Flag Day in Peru
In Peru, June 7th is a very special day. It’s a way to not only honor the Peruvian flag but also honor the brave defenders of this country. In this country, the day is known as Dia de la Bandera, which translates in English as “Day of the Flag.“
This holiday can be traced back to the 19th century when the Peruvian resisted a Chilean invasion at Morro de Arica. Although this day is important in Peru, it’s not a public holiday in that country.
That means that schools, businesses, and government offices will remain open on this day unless it falls on a weekend, and most people will still have to go to work.
The History Of Flag Day In Peru
Before we can discuss the history of the Day of the Flag in Peru, we should probably take a few moments first to give a short history of the country’s flag. The first Peruvian flag was created in 1820 after Jose de San Martin arrived with his Army of the Andes.
He designed a flag that was red and white, colors that he chose because he saw a flock of flamingos taking wing. This flag would be used until independence partisans created their own flag on March 15th, 1822.
The design that is now used in Peru was first created on February 25th, 1825. It features red-white-red vertical stripes (a design taken from the previous flag), with a coat-of-arms at the center.
As far as the history Flag Day represents in Peru, we have to travel back to the 19th century to the War of the Pacific between Peruvian forces. During this war, the Chileans captured the southern Peru city of Tacna and then set their sights on the port of Arica.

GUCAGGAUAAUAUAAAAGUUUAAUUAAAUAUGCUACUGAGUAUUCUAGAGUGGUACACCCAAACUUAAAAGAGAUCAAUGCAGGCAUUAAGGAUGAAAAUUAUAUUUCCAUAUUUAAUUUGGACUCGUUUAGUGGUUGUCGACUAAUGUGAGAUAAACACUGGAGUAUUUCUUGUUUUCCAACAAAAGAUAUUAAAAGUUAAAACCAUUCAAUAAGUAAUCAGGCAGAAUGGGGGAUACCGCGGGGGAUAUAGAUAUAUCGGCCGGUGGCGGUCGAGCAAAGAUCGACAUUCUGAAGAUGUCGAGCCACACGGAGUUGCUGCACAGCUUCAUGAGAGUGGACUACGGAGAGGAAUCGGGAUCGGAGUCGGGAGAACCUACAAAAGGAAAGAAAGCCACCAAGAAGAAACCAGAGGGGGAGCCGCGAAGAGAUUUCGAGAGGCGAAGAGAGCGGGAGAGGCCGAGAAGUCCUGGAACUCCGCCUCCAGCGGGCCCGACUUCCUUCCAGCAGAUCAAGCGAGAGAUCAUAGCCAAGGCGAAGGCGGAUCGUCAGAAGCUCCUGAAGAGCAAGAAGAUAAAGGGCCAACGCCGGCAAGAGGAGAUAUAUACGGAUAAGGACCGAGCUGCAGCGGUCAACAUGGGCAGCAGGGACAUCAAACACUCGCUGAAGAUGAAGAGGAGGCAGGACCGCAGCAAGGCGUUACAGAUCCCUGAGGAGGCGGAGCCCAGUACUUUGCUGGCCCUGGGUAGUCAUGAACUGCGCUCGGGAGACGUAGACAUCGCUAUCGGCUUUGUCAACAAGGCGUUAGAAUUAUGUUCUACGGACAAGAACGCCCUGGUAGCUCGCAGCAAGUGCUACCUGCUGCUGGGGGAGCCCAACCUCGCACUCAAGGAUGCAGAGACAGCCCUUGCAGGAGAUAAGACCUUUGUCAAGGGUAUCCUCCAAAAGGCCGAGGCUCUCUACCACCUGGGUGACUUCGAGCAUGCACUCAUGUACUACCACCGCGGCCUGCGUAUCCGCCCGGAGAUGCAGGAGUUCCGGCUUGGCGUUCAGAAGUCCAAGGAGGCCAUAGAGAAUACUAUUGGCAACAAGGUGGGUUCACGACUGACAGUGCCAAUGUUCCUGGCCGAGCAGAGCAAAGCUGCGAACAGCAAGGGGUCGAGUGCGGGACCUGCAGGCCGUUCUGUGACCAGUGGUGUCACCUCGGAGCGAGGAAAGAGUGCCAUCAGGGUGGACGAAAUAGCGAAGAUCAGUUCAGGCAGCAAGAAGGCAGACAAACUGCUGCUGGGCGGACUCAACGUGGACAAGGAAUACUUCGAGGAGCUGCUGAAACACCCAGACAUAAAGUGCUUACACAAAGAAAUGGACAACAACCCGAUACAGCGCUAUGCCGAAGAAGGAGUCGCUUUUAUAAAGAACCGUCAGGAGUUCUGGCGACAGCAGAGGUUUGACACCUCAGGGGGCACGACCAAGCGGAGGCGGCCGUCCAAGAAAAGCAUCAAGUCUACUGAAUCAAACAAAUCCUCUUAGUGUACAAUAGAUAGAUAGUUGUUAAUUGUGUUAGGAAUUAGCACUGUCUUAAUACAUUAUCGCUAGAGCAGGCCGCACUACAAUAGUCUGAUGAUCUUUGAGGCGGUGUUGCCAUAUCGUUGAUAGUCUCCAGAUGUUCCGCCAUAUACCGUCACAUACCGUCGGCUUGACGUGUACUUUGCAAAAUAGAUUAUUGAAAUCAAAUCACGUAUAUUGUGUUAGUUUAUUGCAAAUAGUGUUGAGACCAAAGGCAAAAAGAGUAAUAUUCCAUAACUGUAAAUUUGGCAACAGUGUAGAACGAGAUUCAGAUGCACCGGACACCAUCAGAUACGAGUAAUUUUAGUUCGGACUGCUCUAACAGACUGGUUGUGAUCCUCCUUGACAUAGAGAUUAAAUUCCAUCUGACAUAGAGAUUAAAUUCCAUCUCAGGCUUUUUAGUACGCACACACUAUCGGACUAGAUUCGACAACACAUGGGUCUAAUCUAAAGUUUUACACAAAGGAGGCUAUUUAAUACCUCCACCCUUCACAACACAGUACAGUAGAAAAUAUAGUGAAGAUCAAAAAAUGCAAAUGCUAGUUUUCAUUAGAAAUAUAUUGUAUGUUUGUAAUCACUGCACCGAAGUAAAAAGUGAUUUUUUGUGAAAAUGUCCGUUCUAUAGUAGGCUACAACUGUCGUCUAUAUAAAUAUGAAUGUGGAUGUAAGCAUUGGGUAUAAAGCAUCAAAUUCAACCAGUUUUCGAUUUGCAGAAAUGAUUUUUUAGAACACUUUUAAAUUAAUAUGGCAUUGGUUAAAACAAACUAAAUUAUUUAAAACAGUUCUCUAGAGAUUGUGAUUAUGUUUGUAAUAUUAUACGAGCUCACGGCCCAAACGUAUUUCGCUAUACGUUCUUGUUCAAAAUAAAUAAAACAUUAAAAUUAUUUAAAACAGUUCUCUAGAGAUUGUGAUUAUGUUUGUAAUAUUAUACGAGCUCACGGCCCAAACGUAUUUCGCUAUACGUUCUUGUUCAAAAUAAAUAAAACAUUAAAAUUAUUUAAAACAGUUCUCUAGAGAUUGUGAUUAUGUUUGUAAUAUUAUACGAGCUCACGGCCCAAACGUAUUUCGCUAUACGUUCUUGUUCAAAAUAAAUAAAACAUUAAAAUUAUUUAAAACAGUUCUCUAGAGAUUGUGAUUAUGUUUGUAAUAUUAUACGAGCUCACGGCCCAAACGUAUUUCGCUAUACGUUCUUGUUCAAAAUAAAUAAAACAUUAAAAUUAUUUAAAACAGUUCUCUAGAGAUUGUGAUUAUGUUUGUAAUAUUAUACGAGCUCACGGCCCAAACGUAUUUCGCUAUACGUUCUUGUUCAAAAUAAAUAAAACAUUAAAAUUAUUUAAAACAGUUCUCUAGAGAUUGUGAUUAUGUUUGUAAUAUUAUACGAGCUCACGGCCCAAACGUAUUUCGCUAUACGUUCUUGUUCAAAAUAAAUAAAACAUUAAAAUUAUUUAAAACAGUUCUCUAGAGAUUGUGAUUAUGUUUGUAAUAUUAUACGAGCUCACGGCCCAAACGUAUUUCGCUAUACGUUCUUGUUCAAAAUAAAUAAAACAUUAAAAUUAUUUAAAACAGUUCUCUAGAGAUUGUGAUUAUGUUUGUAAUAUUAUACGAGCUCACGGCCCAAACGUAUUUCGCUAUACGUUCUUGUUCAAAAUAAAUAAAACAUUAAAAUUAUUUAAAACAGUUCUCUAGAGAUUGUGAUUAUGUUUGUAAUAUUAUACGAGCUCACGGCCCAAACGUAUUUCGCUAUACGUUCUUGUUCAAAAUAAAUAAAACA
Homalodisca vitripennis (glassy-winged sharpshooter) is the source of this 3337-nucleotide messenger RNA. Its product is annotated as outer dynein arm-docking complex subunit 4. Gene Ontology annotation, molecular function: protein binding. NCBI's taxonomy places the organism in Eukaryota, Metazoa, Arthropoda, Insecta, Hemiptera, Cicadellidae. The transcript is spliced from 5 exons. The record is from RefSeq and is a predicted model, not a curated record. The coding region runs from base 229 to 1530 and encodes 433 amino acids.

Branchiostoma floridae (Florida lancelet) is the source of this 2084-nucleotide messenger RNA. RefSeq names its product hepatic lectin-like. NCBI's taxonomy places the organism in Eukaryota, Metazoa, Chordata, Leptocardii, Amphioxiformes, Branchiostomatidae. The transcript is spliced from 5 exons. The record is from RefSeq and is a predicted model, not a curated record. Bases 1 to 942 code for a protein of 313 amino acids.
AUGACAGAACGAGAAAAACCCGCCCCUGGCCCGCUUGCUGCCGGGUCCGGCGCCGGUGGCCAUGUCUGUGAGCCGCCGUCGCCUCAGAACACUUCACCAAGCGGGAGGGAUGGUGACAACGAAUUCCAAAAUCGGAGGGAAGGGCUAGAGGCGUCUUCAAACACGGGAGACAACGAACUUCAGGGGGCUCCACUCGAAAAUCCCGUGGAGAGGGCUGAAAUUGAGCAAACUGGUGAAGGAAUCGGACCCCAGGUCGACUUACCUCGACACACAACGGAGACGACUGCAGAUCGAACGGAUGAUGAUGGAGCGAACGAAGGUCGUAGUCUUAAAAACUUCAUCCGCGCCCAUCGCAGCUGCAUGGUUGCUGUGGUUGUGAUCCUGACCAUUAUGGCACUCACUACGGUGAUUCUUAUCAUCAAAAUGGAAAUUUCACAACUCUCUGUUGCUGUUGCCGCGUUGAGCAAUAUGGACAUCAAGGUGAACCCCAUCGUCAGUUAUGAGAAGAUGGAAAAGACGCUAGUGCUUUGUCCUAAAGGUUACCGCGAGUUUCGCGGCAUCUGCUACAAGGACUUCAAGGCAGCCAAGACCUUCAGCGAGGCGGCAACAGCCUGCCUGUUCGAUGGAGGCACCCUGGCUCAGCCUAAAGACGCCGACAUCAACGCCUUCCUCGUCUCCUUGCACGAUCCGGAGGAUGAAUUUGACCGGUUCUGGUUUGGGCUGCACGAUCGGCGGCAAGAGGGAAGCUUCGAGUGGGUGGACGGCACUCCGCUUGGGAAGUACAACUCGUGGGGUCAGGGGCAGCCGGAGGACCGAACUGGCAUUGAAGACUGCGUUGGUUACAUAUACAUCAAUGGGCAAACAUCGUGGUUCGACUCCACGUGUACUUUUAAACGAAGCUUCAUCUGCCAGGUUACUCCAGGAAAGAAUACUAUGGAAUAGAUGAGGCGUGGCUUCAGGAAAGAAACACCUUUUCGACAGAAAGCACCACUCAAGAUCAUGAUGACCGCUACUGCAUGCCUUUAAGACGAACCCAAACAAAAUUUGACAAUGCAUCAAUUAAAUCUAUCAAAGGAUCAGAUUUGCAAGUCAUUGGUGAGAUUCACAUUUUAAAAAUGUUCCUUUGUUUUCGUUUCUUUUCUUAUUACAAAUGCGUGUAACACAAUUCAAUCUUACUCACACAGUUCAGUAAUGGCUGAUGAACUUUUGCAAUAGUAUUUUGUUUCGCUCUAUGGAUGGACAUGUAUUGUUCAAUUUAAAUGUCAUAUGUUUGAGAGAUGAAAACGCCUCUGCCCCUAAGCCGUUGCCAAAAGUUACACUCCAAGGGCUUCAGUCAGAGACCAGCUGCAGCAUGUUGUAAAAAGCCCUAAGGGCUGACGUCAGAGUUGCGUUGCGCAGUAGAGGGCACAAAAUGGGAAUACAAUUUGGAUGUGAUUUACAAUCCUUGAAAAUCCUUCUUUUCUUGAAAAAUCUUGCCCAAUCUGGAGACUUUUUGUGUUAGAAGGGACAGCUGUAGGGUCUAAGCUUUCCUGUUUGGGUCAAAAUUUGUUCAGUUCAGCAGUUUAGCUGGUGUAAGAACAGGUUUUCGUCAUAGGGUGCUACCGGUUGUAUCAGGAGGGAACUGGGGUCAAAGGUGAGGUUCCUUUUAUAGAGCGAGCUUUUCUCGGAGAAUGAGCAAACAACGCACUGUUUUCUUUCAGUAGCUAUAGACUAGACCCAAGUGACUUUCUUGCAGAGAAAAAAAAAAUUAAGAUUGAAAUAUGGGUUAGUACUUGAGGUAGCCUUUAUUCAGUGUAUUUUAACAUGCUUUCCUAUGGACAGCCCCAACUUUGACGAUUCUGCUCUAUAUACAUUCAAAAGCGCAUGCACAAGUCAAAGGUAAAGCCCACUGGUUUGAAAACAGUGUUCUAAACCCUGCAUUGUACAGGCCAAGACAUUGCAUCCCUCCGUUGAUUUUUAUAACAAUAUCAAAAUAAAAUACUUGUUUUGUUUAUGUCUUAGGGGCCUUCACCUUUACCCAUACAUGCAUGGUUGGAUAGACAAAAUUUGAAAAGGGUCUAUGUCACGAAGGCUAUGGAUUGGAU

Peruvian forces had just lost Bolivia as an ally, and 1,600 Peruvian forces at Arica faced a superior Chilean force of over 5,500 soldiers. Aware of the odds, the Chileans sent a message to the Peruvian commander Colonel Francisco Bolognesi and asked him to surrender. The colonel responded by saying that his forces would fight until the last cartridge had been fired.
On June 7, 1880, Chilean forces marched toward Arica and pierced Peruvian defenses. Chilean forces defeated the Peruvian forces and took the city. Colonel Bolognesi and about 1,000 Peruvian defenders were killed in defense of the town.
Although Arica was never retaken and remains a possession of Chile, the heroism of the Peruvian officers who faced certain death to defend the city was forever preserved with the passage of Dia de la Bandera, or Day of the Flag.
Observing Flag Day In Peru
In Peru, this day isn’t a public holiday, but it is a day for all citizens to take pride in their country. As a result, flags are raised on this day and special ceremonies are held that remember the defenders of Arica and the ultimate sacrifice they made.